Where the described types of protective measures are not sufficient (e.g. OELs are not complied with), the employer must provide suitable respiratory protective equipment, which must be used by the workers. It is imperative to wear PPE when welding high-alloy steels, such as stainless steel, except when using low-emission procedures such as submerged arc or TIG welding.

The following are examples of respirators that may be used as personal protective measures:

  1. ventilated helmets / hoods with blower and particle filter TH2P or TH3P,
  2. masks with blower and particle filter TM1P, TM2P, TM3P,
  3. full-face masks or mouthpiece fittings with P2 or P3 filters,
  4. half-face / quarter-face masks with P2 or P3 filters, particle-filtering half-face masks FFP2 or FFP3 or
  5. insulation devices.

If gaseous hazardous substances arise during welding, combination filters must be used when wearing filtering respiratory protective equipment [3].

For welding jobs carried out in confined spaces, the following procedure for the selection of respiratory protective equipment can be used:

  1. If possible a feed air and exhaust air system must be installed in the working area.
  2. If this is not possible or not adequate for spatial reasons, preference must be given to the wearing of ventilated hoods or helmets.
  3. If it is not possible to use ventilated hoods and helmets for spatial reasons, FFP2 masks with exhalation valve at least must be worn when welding low-alloy steels, and FFP3 masks with exhalation valve when welding high-alloy steels.
  4. If it is to be expected that nitrous gases will be emitted, e.g. with flame straightening, suitable respiratory protective equipment must be used.
  5. If there is the risk of oxygen deficiency, respiratory protective equipment which is not dependent on the ambient air (insulation devices) must be used [3].

When removing nanomaterial containing paint coatings in preparation of welding jobs by dust producing work procedures, a particle filter P2 (white) or a particle filtering half-mask FFP2 should be worn [18].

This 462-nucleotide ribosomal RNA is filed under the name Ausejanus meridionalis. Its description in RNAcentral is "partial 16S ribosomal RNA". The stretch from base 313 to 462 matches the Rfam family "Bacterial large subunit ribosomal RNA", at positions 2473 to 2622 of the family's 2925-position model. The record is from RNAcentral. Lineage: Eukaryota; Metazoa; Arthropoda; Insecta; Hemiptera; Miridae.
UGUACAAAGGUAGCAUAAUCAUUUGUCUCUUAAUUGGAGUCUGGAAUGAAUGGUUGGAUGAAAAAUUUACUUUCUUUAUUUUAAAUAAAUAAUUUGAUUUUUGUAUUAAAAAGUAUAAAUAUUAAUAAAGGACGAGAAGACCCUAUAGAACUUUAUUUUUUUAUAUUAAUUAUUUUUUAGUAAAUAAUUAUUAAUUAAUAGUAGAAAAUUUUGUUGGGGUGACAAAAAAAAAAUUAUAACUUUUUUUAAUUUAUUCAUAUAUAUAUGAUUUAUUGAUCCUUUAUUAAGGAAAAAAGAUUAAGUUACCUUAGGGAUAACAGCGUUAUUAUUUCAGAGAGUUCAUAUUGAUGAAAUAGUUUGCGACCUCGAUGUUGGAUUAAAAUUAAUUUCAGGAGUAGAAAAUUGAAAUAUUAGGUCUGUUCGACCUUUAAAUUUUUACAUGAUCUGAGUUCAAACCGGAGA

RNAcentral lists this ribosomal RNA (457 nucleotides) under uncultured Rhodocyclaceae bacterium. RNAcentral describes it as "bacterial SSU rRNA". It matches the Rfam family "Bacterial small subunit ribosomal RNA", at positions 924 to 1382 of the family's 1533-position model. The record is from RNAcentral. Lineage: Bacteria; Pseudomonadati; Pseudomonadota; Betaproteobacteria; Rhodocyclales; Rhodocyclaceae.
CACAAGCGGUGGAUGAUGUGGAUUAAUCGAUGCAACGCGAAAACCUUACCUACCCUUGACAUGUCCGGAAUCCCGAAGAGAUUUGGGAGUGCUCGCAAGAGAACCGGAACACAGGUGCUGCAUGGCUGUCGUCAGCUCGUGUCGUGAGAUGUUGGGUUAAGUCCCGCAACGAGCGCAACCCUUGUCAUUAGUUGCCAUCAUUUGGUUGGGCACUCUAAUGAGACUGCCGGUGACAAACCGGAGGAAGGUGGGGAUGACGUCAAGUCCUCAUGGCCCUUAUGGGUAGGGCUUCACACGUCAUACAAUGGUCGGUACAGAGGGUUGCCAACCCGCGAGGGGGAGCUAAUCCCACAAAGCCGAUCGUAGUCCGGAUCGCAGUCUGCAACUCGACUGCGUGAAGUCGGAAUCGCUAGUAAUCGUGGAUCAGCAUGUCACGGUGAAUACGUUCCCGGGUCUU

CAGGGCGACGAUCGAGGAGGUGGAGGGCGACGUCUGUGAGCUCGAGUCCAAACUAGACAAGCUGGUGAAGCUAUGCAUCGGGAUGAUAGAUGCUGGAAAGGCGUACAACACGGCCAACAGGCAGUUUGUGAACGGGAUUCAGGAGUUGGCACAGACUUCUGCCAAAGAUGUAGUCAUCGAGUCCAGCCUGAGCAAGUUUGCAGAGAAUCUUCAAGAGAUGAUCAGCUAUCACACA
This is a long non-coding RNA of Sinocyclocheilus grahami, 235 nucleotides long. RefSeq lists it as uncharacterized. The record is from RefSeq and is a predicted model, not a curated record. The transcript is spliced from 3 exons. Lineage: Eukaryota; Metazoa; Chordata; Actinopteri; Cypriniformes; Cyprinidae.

Training and information

Welders have to receive proper instructions from their supervisors before starting to weld. All prevention and control measures should be clearly explained and practised sufficiently. The welders should be involved in risk assessment and the selection of appropriate measures at their work place. The PIMEX system (see section 2.3) is a good method to motivate the workers to identify shortcomings and take active part in improving the situation. The video recordings of workers performing welding tasks can be used during training sessions.

Measures to improve safe behaviour

The health risks of welding processes are frequently underrated by employers and workers. Therefore the application of protective measures is not as effective as it could be (see also: Hierarchy of prevention and control measures. Efforts to improve safe working practices need, however, certain preconditions such as example-setting by managers and supervisors, a no-blame culture, a timely feed-back to suggestions, proper induction and regular refresher training. Methods to achieve an improvement include peer observation and the use of the PIMEX system.

Tools for SMEs

In order to select the most appropriate and effective measures, the employer respectively the OSH professionals usually need to look into several (national) directives, rules and guidelines. Some member states provide detailed guidance and legislation for welding. SMEs certainly need some assistance here, and to that end several tools have been developed (see also: Risk management for dangerous substances) for example: